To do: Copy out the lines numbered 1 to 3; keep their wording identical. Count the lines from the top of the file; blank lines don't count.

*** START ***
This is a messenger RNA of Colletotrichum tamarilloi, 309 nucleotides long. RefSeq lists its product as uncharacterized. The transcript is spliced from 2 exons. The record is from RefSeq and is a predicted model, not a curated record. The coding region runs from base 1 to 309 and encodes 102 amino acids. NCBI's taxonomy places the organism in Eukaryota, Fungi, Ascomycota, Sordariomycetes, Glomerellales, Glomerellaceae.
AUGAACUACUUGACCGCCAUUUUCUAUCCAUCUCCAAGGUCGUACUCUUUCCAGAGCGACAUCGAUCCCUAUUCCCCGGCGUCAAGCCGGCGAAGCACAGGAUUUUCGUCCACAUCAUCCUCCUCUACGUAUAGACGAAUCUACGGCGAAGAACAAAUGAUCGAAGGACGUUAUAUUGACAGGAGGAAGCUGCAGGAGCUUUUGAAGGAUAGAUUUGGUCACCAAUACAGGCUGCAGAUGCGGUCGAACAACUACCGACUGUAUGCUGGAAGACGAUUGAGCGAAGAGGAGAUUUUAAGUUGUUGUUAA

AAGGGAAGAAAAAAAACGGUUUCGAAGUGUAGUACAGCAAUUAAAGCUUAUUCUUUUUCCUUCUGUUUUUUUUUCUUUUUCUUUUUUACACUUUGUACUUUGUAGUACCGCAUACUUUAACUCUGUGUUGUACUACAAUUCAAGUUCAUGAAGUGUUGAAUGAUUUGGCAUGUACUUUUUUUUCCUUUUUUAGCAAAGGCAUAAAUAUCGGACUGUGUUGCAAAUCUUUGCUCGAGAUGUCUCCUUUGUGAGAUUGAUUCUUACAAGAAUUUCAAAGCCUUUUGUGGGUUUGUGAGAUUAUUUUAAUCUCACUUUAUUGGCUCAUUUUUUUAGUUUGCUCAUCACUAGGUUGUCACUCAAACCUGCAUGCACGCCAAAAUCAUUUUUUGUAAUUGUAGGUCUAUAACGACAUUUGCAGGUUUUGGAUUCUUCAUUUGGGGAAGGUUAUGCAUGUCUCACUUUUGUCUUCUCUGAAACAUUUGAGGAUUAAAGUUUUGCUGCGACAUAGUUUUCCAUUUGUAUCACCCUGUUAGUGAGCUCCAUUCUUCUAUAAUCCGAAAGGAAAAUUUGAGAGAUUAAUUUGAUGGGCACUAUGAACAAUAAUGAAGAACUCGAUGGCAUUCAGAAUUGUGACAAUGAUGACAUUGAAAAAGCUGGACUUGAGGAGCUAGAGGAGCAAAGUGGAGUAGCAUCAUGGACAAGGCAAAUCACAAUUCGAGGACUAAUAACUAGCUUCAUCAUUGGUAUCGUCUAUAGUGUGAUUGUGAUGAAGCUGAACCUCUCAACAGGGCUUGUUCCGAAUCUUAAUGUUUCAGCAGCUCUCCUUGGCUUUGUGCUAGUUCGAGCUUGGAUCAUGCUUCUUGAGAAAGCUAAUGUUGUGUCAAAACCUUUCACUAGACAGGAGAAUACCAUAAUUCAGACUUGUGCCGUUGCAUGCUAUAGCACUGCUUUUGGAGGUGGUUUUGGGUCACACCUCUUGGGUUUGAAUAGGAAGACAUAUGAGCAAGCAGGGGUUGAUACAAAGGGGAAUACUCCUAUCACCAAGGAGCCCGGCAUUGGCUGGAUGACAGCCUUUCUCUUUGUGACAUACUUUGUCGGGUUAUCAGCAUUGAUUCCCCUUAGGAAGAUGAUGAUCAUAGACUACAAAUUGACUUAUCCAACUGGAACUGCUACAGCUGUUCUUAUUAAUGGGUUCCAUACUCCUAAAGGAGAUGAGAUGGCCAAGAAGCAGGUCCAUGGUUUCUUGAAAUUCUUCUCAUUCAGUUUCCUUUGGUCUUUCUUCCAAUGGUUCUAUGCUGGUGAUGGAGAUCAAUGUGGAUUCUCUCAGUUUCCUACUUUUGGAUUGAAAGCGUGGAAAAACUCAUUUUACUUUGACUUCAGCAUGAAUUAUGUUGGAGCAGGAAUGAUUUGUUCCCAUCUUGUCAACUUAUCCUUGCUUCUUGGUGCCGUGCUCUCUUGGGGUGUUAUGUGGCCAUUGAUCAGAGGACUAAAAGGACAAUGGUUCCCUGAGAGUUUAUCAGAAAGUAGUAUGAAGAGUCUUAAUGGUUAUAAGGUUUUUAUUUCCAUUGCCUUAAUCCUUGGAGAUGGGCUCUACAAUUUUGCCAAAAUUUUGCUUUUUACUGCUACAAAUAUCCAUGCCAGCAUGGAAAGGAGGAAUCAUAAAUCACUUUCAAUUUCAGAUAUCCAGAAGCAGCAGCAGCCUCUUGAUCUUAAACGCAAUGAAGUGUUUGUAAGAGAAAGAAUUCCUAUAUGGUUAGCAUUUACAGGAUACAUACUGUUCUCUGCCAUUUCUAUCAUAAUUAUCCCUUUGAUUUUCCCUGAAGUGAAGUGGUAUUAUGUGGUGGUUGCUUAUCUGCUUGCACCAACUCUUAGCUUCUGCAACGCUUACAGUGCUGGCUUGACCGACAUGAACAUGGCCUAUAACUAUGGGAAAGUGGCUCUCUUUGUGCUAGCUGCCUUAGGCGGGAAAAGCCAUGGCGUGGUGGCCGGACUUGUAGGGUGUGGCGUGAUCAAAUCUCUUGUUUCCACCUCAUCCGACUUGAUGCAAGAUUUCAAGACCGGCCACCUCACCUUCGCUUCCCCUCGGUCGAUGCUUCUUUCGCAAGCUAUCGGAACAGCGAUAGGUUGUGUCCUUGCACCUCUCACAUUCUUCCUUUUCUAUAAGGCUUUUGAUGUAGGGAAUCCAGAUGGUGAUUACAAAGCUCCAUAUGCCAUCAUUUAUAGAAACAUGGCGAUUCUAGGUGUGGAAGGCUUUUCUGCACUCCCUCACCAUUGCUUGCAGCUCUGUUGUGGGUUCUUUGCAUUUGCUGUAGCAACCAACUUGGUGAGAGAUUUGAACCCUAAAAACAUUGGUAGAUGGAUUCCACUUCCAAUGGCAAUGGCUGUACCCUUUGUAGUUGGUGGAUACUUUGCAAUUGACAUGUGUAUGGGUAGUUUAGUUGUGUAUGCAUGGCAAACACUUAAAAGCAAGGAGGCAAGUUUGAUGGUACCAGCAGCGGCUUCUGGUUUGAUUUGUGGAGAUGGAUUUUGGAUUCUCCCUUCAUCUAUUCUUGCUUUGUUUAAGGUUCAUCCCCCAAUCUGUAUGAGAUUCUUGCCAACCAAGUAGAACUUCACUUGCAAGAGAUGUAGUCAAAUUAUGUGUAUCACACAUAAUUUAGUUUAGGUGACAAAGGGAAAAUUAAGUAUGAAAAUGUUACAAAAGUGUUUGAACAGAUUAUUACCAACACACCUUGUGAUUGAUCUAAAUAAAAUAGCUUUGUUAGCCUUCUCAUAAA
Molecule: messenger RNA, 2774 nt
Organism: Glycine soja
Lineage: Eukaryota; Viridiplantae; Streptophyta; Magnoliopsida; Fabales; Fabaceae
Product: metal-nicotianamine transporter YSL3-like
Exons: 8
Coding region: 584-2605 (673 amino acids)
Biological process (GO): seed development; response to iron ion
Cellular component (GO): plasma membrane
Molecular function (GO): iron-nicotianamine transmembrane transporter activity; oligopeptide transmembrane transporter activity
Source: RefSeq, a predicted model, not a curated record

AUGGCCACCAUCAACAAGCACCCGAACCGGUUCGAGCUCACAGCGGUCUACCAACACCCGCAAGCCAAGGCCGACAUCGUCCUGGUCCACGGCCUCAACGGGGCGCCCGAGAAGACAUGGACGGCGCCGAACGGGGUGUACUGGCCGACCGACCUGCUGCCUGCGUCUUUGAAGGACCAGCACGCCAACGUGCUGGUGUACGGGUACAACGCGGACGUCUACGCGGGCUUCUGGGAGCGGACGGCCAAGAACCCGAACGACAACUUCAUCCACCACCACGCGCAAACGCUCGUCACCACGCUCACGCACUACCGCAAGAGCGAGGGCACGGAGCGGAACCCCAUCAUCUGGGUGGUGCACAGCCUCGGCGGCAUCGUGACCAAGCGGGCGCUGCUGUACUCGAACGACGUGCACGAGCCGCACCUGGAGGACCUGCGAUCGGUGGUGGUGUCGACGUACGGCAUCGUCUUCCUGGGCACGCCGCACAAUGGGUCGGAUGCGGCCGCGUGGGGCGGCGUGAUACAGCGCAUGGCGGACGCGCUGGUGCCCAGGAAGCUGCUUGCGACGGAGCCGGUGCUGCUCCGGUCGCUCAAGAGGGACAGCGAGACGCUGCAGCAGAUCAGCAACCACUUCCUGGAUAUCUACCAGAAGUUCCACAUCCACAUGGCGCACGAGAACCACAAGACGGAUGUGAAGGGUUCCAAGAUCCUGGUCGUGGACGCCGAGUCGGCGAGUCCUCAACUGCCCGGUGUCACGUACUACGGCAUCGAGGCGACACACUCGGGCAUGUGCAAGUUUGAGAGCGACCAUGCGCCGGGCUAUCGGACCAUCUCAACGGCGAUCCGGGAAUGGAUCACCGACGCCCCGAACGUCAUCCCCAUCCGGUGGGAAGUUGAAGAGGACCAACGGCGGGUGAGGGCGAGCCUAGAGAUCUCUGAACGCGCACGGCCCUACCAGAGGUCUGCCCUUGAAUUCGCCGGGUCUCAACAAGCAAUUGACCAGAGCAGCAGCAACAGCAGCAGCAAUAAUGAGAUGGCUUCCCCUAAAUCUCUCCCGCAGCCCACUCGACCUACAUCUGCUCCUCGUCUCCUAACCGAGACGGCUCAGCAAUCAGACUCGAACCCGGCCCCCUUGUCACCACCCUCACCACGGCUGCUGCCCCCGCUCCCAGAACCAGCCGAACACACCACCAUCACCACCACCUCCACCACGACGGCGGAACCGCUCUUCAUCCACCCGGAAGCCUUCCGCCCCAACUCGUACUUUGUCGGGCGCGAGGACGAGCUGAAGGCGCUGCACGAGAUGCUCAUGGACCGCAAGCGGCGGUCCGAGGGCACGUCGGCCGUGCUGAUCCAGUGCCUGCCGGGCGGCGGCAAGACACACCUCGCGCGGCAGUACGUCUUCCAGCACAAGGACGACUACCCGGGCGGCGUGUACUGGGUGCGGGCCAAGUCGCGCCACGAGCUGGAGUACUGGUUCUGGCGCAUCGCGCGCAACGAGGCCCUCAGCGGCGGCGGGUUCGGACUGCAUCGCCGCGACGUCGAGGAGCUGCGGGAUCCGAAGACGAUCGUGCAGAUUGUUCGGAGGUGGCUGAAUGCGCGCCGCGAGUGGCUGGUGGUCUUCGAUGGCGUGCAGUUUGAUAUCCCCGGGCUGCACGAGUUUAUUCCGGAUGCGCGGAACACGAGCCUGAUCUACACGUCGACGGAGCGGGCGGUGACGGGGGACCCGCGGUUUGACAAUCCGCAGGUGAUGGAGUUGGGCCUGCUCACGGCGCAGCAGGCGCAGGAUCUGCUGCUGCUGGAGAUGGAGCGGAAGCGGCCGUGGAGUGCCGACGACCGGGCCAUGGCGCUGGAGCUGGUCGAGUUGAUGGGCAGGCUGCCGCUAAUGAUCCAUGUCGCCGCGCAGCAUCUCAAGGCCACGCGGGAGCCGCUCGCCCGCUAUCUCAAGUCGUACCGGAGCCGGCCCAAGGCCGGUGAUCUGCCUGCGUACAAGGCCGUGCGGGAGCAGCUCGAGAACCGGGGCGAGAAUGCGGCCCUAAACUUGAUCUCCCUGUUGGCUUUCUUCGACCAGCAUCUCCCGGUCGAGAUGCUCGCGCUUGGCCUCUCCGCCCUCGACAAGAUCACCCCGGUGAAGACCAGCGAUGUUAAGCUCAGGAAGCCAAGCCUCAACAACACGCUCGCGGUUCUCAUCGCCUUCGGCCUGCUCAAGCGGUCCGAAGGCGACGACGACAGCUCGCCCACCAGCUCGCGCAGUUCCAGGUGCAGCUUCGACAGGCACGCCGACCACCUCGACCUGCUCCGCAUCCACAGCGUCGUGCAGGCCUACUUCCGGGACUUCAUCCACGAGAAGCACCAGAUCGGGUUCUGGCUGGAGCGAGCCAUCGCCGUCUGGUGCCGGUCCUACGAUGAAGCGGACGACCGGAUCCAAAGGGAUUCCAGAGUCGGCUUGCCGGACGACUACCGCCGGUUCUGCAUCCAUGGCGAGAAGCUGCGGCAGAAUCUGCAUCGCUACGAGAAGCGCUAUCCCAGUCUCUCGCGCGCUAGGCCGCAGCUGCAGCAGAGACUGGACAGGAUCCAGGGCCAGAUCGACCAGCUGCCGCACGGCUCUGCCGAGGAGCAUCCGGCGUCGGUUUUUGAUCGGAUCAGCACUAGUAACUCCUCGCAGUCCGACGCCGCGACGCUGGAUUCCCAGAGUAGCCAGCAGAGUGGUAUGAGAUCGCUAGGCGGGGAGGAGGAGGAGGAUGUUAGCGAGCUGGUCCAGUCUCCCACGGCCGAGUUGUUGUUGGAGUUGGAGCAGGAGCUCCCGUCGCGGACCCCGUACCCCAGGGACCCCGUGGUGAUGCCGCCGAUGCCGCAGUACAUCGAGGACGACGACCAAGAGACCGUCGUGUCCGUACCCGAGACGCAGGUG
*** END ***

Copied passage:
This is a messenger RNA of Colletotrichum tamarilloi, 309 nucleotides long. RefSeq lists its product as uncharacterized. The transcript is spliced from 2 exons. The record is from RefSeq and is a predicted model, not a curated record. The coding region runs from base 1 to 309 and encodes 102 amino acids. NCBI's taxonomy places the organism in Eukaryota, Fungi, Ascomycota, Sordariomycetes, Glomerellales, Glomerellaceae.
AUGAACUACUUGACCGCCAUUUUCUAUCCAUCUCCAAGGUCGUACUCUUUCCAGAGCGACAUCGAUCCCUAUUCCCCGGCGUCAAGCCGGCGAAGCACAGGAUUUUCGUCCACAUCAUCCUCCUCUACGUAUAGACGAAUCUACGGCGAAGAACAAAUGAUCGAAGGACGUUAUAUUGACAGGAGGAAGCUGCAGGAGCUUUUGAAGGAUAGAUUUGGUCACCAAUACAGGCUGCAGAUGCGGUCGAACAACUACCGACUGUAUGCUGGAAGACGAUUGAGCGAAGAGGAGAUUUUAAGUUGUUGUUAA

AAGGGAAGAAAAAAAACGGUUUCGAAGUGUAGUACAGCAAUUAAAGCUUAUUCUUUUUCCUUCUGUUUUUUUUUCUUUUUCUUUUUUACACUUUGUACUUUGUAGUACCGCAUACUUUAACUCUGUGUUGUACUACAAUUCAAGUUCAUGAAGUGUUGAAUGAUUUGGCAUGUACUUUUUUUUCCUUUUUUAGCAAAGGCAUAAAUAUCGGACUGUGUUGCAAAUCUUUGCUCGAGAUGUCUCCUUUGUGAGAUUGAUUCUUACAAGAAUUUCAAAGCCUUUUGUGGGUUUGUGAGAUUAUUUUAAUCUCACUUUAUUGGCUCAUUUUUUUAGUUUGCUCAUCACUAGGUUGUCACUCAAACCUGCAUGCACGCCAAAAUCAUUUUUUGUAAUUGUAGGUCUAUAACGACAUUUGCAGGUUUUGGAUUCUUCAUUUGGGGAAGGUUAUGCAUGUCUCACUUUUGUCUUCUCUGAAACAUUUGAGGAUUAAAGUUUUGCUGCGACAUAGUUUUCCAUUUGUAUCACCCUGUUAGUGAGCUCCAUUCUUCUAUAAUCCGAAAGGAAAAUUUGAGAGAUUAAUUUGAUGGGCACUAUGAACAAUAAUGAAGAACUCGAUGGCAUUCAGAAUUGUGACAAUGAUGACAUUGAAAAAGCUGGACUUGAGGAGCUAGAGGAGCAAAGUGGAGUAGCAUCAUGGACAAGGCAAAUCACAAUUCGAGGACUAAUAACUAGCUUCAUCAUUGGUAUCGUCUAUAGUGUGAUUGUGAUGAAGCUGAACCUCUCAACAGGGCUUGUUCCGAAUCUUAAUGUUUCAGCAGCUCUCCUUGGCUUUGUGCUAGUUCGAGCUUGGAUCAUGCUUCUUGAGAAAGCUAAUGUUGUGUCAAAACCUUUCACUAGACAGGAGAAUACCAUAAUUCAGACUUGUGCCGUUGCAUGCUAUAGCACUGCUUUUGGAGGUGGUUUUGGGUCACACCUCUUGGGUUUGAAUAGGAAGACAUAUGAGCAAGCAGGGGUUGAUACAAAGGGGAAUACUCCUAUCACCAAGGAGCCCGGCAUUGGCUGGAUGACAGCCUUUCUCUUUGUGACAUACUUUGUCGGGUUAUCAGCAUUGAUUCCCCUUAGGAAGAUGAUGAUCAUAGACUACAAAUUGACUUAUCCAACUGGAACUGCUACAGCUGUUCUUAUUAAUGGGUUCCAUACUCCUAAAGGAGAUGAGAUGGCCAAGAAGCAGGUCCAUGGUUUCUUGAAAUUCUUCUCAUUCAGUUUCCUUUGGUCUUUCUUCCAAUGGUUCUAUGCUGGUGAUGGAGAUCAAUGUGGAUUCUCUCAGUUUCCUACUUUUGGAUUGAAAGCGUGGAAAAACUCAUUUUACUUUGACUUCAGCAUGAAUUAUGUUGGAGCAGGAAUGAUUUGUUCCCAUCUUGUCAACUUAUCCUUGCUUCUUGGUGCCGUGCUCUCUUGGGGUGUUAUGUGGCCAUUGAUCAGAGGACUAAAAGGACAAUGGUUCCCUGAGAGUUUAUCAGAAAGUAGUAUGAAGAGUCUUAAUGGUUAUAAGGUUUUUAUUUCCAUUGCCUUAAUCCUUGGAGAUGGGCUCUACAAUUUUGCCAAAAUUUUGCUUUUUACUGCUACAAAUAUCCAUGCCAGCAUGGAAAGGAGGAAUCAUAAAUCACUUUCAAUUUCAGAUAUCCAGAAGCAGCAGCAGCCUCUUGAUCUUAAACGCAAUGAAGUGUUUGUAAGAGAAAGAAUUCCUAUAUGGUUAGCAUUUACAGGAUACAUACUGUUCUCUGCCAUUUCUAUCAUAAUUAUCCCUUUGAUUUUCCCUGAAGUGAAGUGGUAUUAUGUGGUGGUUGCUUAUCUGCUUGCACCAACUCUUAGCUUCUGCAACGCUUACAGUGCUGGCUUGACCGACAUGAACAUGGCCUAUAACUAUGGGAAAGUGGCUCUCUUUGUGCUAGCUGCCUUAGGCGGGAAAAGCCAUGGCGUGGUGGCCGGACUUGUAGGGUGUGGCGUGAUCAAAUCUCUUGUUUCCACCUCAUCCGACUUGAUGCAAGAUUUCAAGACCGGCCACCUCACCUUCGCUUCCCCUCGGUCGAUGCUUCUUUCGCAAGCUAUCGGAACAGCGAUAGGUUGUGUCCUUGCACCUCUCACAUUCUUCCUUUUCUAUAAGGCUUUUGAUGUAGGGAAUCCAGAUGGUGAUUACAAAGCUCCAUAUGCCAUCAUUUAUAGAAACAUGGCGAUUCUAGGUGUGGAAGGCUUUUCUGCACUCCCUCACCAUUGCUUGCAGCUCUGUUGUGGGUUCUUUGCAUUUGCUGUAGCAACCAACUUGGUGAGAGAUUUGAACCCUAAAAACAUUGGUAGAUGGAUUCCACUUCCAAUGGCAAUGGCUGUACCCUUUGUAGUUGGUGGAUACUUUGCAAUUGACAUGUGUAUGGGUAGUUUAGUUGUGUAUGCAUGGCAAACACUUAAAAGCAAGGAGGCAAGUUUGAUGGUACCAGCAGCGGCUUCUGGUUUGAUUUGUGGAGAUGGAUUUUGGAUUCUCCCUUCAUCUAUUCUUGCUUUGUUUAAGGUUCAUCCCCCAAUCUGUAUGAGAUUCUUGCCAACCAAGUAGAACUUCACUUGCAAGAGAUGUAGUCAAAUUAUGUGUAUCACACAUAAUUUAGUUUAGGUGACAAAGGGAAAAUUAAGUAUGAAAAUGUUACAAAAGUGUUUGAACAGAUUAUUACCAACACACCUUGUGAUUGAUCUAAAUAAAAUAGCUUUGUUAGCCUUCUCAUAAA